Many times we ask questions of the tarot that only touch the surface of the true issue. Marcus and Tali give a technique that can help dig deeper and provide a fuller, more empowering answer. I like how they are able to pinpoint the word that is really the crux of the matter.
This book, Tarot Face to Face, is filled with many unique and interesting techniques for developing your skills with your deck, with questions, with querents, and with reading for groups or parties as well using tarot to engage life, enhance relationships, and encourage self-discovery.
From Marcus Katz and Tali Goodwin’s Tarot Face to Face
Turn a Word into A Spread
If you are performing e-mail readings, you can use a keyword in the querent’s question to design an elegant and relevant spread. Here is an example:
Hello, I am asking about my relationship. I have been married for one year and we are discussing having children. I would like to have a reading because my parents used to say I was too irresponsible to have children and I want to know how my future might be if I do.
Here we would take that highly emotional words, irresponsible, as the main concern in the question. We then look up the etymology of the word in a dictionary or online source. We learn that “irresponsible” comes from “not responsible,” and “responsible” comes from similar ideas like “obligation.” The word “obligation” comes from the Latin and means “to bind.” This of course leads to its later use as meaning “to make someone indebted by conferring a benefit or kindness.”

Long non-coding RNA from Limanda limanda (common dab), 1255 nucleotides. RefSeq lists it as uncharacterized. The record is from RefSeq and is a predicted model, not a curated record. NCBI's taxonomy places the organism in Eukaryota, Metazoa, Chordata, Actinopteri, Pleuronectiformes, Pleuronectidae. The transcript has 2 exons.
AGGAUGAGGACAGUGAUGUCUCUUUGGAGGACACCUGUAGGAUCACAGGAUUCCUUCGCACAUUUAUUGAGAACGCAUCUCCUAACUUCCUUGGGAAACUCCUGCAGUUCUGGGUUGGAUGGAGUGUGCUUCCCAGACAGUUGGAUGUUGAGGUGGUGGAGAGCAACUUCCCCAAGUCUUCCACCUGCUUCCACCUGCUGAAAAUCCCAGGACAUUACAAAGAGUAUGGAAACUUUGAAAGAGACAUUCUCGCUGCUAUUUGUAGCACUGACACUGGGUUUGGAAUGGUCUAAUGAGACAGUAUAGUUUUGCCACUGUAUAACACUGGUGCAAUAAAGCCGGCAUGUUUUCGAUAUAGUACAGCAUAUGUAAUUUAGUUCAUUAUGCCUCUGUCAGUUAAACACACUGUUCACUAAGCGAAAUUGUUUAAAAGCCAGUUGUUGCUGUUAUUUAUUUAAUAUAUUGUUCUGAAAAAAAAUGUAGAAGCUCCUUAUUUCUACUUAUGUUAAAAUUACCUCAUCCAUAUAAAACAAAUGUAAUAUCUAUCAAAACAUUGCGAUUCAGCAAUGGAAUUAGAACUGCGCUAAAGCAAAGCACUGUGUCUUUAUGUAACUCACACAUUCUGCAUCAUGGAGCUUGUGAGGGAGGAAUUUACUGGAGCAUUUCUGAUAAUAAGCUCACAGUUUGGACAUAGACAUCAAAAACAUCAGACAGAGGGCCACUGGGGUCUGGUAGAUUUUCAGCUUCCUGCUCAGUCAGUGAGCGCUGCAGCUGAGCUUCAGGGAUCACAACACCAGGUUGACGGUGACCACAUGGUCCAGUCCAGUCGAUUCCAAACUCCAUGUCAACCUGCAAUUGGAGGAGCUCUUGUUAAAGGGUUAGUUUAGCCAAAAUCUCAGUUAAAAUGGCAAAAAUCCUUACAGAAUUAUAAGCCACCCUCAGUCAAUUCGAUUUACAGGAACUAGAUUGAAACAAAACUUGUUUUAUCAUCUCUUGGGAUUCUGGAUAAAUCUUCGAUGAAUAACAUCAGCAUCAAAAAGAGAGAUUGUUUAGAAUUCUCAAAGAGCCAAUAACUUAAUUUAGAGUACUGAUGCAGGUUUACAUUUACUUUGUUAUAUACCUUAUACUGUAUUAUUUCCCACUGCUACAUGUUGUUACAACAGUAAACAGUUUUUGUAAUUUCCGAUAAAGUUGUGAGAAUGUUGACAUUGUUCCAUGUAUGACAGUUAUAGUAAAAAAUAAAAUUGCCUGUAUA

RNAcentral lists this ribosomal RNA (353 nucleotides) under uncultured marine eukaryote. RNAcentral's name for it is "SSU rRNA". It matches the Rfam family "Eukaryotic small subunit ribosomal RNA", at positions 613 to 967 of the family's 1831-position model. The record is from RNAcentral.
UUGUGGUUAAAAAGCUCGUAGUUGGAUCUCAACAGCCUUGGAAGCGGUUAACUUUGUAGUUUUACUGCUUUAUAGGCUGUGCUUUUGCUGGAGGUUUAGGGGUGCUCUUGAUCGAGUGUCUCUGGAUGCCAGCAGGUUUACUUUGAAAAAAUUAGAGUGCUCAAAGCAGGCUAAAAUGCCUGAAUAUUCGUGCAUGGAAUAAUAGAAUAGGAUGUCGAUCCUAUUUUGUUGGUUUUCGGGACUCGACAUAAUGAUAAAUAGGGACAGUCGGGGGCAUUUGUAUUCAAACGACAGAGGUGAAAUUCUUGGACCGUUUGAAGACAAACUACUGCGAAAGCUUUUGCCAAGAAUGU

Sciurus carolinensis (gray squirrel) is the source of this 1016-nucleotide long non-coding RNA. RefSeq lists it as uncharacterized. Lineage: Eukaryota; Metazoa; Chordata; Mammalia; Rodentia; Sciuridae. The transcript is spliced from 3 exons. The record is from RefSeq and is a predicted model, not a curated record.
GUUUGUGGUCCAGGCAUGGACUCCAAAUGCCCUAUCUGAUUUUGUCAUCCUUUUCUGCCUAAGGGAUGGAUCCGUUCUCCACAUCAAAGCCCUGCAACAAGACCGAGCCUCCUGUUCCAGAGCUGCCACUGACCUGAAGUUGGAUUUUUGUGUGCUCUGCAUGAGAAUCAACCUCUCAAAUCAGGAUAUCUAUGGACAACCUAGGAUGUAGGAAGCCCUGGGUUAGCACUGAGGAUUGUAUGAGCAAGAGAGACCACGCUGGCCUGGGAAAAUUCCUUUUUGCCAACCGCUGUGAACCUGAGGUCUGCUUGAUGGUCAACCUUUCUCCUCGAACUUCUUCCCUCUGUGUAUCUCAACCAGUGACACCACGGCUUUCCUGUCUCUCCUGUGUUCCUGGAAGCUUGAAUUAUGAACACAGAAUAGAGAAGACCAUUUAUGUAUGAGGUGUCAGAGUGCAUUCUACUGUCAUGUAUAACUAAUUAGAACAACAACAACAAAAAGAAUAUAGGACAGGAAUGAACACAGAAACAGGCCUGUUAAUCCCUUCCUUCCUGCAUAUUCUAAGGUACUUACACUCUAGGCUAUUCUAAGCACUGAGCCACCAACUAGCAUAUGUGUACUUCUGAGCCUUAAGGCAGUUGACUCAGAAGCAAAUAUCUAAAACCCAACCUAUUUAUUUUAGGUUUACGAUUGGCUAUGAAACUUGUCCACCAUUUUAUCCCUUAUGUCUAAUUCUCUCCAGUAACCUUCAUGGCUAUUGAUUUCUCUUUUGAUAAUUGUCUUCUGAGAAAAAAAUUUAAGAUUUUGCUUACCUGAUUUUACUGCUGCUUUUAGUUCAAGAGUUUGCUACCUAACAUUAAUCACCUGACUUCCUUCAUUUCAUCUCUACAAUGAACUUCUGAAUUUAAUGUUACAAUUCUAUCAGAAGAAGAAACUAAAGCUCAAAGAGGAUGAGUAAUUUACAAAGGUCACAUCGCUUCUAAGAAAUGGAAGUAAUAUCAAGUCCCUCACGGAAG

We take the concepts of indebtedness and kindness and turn them into questions for a straightforward linear spread as follows.
1. What debt does the querent owe her parents?
2. What kindness did the querent learn from her parents?
3. What binds the querent in her attitude toward children?
4. What benefit will the querent be able to give her children?
5. What responsibility will the querent take on?
6. What kindness will her child(ren) bring to her?
You can of course build upon those questions as the cards are placed and you engage in conversation with the spread itself. This can be a very powerful method because it takes much of the expectation for the reading out of your hands and places it, from the querent’s question, directly into dialogue with the cards themselves. Your job is simply to interpret the reading.